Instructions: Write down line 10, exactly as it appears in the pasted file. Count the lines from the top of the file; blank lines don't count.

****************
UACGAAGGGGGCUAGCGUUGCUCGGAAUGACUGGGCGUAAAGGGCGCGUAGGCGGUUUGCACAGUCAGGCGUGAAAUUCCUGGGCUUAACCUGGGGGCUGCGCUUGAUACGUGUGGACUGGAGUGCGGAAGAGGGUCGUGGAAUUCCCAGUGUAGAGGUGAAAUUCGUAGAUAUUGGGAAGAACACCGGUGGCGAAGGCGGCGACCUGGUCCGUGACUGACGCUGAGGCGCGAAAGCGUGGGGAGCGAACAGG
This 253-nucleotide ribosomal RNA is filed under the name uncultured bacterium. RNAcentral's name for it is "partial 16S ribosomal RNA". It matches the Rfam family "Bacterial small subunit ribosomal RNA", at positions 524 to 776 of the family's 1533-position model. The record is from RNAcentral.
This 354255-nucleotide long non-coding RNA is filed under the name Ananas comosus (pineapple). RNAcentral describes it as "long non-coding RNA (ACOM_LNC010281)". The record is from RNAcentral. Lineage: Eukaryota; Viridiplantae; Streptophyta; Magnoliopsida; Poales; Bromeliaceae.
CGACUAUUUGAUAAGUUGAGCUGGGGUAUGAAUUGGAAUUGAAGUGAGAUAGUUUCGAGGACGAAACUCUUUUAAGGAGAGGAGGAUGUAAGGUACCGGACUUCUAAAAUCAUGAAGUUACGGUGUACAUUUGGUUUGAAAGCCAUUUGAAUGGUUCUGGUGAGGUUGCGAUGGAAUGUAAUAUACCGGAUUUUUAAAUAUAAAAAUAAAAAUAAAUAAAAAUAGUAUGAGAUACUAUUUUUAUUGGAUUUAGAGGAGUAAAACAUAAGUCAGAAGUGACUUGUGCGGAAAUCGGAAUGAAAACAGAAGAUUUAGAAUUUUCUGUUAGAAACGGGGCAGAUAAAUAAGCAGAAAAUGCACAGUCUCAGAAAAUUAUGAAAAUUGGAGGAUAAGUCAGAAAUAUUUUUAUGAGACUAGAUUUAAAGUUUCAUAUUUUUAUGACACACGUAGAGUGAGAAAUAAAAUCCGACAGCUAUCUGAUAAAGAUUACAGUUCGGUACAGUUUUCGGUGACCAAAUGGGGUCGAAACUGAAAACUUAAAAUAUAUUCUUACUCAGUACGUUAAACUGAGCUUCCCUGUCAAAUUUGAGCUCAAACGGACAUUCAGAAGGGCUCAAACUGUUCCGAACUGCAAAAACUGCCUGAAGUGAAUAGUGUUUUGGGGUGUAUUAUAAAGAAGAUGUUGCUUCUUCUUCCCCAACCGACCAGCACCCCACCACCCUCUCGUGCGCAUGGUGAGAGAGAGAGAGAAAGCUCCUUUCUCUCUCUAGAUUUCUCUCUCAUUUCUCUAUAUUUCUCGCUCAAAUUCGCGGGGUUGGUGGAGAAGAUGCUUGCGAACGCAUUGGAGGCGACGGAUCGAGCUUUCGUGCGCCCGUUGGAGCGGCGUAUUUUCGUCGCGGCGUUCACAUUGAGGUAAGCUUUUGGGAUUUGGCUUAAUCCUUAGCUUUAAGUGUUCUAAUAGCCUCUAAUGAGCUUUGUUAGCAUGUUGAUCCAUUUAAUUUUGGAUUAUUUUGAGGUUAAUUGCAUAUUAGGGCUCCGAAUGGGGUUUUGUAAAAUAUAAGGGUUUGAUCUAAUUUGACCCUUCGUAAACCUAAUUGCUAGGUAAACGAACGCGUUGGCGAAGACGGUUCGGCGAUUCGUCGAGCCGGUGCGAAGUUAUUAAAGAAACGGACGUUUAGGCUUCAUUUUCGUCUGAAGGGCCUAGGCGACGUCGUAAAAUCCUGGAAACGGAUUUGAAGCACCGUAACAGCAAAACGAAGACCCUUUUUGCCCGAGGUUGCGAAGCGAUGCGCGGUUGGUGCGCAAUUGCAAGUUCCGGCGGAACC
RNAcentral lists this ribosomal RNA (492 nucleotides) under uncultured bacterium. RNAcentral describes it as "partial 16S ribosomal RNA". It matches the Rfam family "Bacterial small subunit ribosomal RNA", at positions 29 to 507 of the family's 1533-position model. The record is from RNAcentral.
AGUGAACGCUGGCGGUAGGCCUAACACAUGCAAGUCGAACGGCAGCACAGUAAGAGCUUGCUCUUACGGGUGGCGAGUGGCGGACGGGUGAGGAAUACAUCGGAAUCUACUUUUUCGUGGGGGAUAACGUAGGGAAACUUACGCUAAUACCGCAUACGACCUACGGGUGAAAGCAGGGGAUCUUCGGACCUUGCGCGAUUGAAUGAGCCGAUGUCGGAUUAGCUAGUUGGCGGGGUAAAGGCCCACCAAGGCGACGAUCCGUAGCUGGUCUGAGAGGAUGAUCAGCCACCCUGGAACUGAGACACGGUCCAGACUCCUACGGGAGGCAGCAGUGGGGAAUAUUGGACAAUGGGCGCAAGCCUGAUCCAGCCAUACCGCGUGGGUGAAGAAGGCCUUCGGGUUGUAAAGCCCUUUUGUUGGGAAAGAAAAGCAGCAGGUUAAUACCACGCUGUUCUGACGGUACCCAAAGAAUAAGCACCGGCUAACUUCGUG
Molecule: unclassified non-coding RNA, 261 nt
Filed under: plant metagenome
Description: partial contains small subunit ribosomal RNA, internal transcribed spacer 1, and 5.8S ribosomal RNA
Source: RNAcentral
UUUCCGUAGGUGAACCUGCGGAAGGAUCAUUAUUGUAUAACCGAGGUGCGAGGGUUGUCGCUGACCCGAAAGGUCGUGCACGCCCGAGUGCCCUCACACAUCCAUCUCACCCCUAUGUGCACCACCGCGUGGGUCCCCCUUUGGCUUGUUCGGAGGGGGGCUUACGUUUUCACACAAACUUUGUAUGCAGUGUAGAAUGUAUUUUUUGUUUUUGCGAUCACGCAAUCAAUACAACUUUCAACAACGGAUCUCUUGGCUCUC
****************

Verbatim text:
Source: RNAcentral